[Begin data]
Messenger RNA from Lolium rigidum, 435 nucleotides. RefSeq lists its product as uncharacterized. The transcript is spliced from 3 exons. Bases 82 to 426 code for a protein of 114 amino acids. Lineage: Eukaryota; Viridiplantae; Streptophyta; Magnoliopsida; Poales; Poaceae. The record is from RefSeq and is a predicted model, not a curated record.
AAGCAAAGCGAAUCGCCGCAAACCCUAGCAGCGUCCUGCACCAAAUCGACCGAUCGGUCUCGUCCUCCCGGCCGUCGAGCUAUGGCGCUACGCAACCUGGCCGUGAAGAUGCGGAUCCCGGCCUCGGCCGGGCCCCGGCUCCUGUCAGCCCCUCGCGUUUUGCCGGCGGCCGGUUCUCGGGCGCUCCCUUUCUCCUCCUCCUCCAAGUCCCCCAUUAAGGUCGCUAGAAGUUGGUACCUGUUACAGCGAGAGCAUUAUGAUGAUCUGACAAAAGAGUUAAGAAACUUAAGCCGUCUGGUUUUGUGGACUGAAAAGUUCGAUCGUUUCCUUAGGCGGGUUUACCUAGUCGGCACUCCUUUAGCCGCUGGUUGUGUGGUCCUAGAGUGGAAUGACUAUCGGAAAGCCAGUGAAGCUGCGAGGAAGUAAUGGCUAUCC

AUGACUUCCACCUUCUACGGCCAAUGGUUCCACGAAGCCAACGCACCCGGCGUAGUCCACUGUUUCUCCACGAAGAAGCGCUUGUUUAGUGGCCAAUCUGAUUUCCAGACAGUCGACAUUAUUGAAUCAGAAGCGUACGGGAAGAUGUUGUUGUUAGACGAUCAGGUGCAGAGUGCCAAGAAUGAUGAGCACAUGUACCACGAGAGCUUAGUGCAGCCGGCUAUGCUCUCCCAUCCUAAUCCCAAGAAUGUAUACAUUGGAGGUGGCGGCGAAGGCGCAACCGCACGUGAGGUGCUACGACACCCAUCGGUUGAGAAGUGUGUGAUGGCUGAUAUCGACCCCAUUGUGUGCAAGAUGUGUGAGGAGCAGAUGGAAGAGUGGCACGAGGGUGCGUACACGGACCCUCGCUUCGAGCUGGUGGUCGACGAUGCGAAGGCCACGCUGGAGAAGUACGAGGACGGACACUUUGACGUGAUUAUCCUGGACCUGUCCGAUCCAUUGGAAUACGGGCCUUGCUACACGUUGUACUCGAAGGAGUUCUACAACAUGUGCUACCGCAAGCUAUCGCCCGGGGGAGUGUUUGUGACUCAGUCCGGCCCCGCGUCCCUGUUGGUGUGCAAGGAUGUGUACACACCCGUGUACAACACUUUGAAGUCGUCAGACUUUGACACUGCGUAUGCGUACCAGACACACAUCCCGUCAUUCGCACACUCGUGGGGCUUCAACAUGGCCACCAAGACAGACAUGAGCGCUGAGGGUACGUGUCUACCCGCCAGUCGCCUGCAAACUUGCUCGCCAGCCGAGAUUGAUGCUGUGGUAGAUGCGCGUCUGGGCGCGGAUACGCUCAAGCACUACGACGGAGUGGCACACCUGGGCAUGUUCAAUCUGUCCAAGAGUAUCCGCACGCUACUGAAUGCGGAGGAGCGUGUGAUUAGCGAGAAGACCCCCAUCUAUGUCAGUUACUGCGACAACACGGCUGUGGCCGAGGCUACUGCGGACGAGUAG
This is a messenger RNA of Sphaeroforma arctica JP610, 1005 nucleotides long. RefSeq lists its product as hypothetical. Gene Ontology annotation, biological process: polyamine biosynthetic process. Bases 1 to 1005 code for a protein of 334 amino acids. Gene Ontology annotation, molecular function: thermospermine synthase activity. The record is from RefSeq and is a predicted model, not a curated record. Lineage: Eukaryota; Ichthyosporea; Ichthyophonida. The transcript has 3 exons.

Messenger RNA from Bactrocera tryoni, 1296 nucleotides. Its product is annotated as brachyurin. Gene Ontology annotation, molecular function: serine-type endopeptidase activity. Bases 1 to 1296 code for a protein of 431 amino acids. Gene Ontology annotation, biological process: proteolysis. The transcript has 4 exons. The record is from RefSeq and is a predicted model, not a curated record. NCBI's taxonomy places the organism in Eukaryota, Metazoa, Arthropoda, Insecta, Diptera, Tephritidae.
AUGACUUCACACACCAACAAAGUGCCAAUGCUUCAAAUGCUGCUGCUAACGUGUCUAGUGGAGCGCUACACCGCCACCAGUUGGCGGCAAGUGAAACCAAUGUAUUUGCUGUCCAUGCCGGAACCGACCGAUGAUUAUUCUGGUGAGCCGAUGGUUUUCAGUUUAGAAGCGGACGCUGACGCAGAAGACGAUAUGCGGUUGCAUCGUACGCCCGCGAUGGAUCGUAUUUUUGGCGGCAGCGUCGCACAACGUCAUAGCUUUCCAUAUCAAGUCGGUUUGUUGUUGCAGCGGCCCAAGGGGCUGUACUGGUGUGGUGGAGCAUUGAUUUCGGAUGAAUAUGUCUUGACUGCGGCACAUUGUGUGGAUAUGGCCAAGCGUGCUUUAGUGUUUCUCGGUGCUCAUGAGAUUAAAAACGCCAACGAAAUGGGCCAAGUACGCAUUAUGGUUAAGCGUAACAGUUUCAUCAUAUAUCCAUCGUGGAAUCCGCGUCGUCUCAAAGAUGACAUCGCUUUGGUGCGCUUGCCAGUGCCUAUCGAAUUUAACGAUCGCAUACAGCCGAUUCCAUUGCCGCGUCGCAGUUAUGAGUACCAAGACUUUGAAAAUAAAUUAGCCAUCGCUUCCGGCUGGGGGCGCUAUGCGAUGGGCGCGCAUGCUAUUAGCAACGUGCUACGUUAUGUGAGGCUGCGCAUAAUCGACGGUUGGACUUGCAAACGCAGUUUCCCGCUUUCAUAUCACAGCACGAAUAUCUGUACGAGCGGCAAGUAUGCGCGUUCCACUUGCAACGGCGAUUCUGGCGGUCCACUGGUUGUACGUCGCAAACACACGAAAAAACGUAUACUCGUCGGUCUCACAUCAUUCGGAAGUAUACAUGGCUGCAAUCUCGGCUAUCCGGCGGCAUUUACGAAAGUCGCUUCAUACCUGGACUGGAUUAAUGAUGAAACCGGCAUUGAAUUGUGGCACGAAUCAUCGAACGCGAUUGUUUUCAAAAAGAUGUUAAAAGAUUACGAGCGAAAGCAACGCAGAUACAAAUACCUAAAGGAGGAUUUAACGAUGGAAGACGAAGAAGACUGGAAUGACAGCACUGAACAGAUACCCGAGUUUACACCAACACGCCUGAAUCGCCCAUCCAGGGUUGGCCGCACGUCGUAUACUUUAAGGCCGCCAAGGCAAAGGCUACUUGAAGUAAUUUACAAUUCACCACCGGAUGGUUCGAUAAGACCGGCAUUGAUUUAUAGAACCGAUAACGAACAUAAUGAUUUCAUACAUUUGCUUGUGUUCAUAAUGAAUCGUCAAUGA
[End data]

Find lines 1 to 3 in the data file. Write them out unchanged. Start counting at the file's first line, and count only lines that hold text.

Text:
Messenger RNA from Lolium rigidum, 435 nucleotides. RefSeq lists its product as uncharacterized. The transcript is spliced from 3 exons. Bases 82 to 426 code for a protein of 114 amino acids. Lineage: Eukaryota; Viridiplantae; Streptophyta; Magnoliopsida; Poales; Poaceae. The record is from RefSeq and is a predicted model, not a curated record.
AAGCAAAGCGAAUCGCCGCAAACCCUAGCAGCGUCCUGCACCAAAUCGACCGAUCGGUCUCGUCCUCCCGGCCGUCGAGCUAUGGCGCUACGCAACCUGGCCGUGAAGAUGCGGAUCCCGGCCUCGGCCGGGCCCCGGCUCCUGUCAGCCCCUCGCGUUUUGCCGGCGGCCGGUUCUCGGGCGCUCCCUUUCUCCUCCUCCUCCAAGUCCCCCAUUAAGGUCGCUAGAAGUUGGUACCUGUUACAGCGAGAGCAUUAUGAUGAUCUGACAAAAGAGUUAAGAAACUUAAGCCGUCUGGUUUUGUGGACUGAAAAGUUCGAUCGUUUCCUUAGGCGGGUUUACCUAGUCGGCACUCCUUUAGCCGCUGGUUGUGUGGUCCUAGAGUGGAAUGACUAUCGGAAAGCCAGUGAAGCUGCGAGGAAGUAAUGGCUAUCC

AUGACUUCCACCUUCUACGGCCAAUGGUUCCACGAAGCCAACGCACCCGGCGUAGUCCACUGUUUCUCCACGAAGAAGCGCUUGUUUAGUGGCCAAUCUGAUUUCCAGACAGUCGACAUUAUUGAAUCAGAAGCGUACGGGAAGAUGUUGUUGUUAGACGAUCAGGUGCAGAGUGCCAAGAAUGAUGAGCACAUGUACCACGAGAGCUUAGUGCAGCCGGCUAUGCUCUCCCAUCCUAAUCCCAAGAAUGUAUACAUUGGAGGUGGCGGCGAAGGCGCAACCGCACGUGAGGUGCUACGACACCCAUCGGUUGAGAAGUGUGUGAUGGCUGAUAUCGACCCCAUUGUGUGCAAGAUGUGUGAGGAGCAGAUGGAAGAGUGGCACGAGGGUGCGUACACGGACCCUCGCUUCGAGCUGGUGGUCGACGAUGCGAAGGCCACGCUGGAGAAGUACGAGGACGGACACUUUGACGUGAUUAUCCUGGACCUGUCCGAUCCAUUGGAAUACGGGCCUUGCUACACGUUGUACUCGAAGGAGUUCUACAACAUGUGCUACCGCAAGCUAUCGCCCGGGGGAGUGUUUGUGACUCAGUCCGGCCCCGCGUCCCUGUUGGUGUGCAAGGAUGUGUACACACCCGUGUACAACACUUUGAAGUCGUCAGACUUUGACACUGCGUAUGCGUACCAGACACACAUCCCGUCAUUCGCACACUCGUGGGGCUUCAACAUGGCCACCAAGACAGACAUGAGCGCUGAGGGUACGUGUCUACCCGCCAGUCGCCUGCAAACUUGCUCGCCAGCCGAGAUUGAUGCUGUGGUAGAUGCGCGUCUGGGCGCGGAUACGCUCAAGCACUACGACGGAGUGGCACACCUGGGCAUGUUCAAUCUGUCCAAGAGUAUCCGCACGCUACUGAAUGCGGAGGAGCGUGUGAUUAGCGAGAAGACCCCCAUCUAUGUCAGUUACUGCGACAACACGGCUGUGGCCGAGGCUACUGCGGACGAGUAG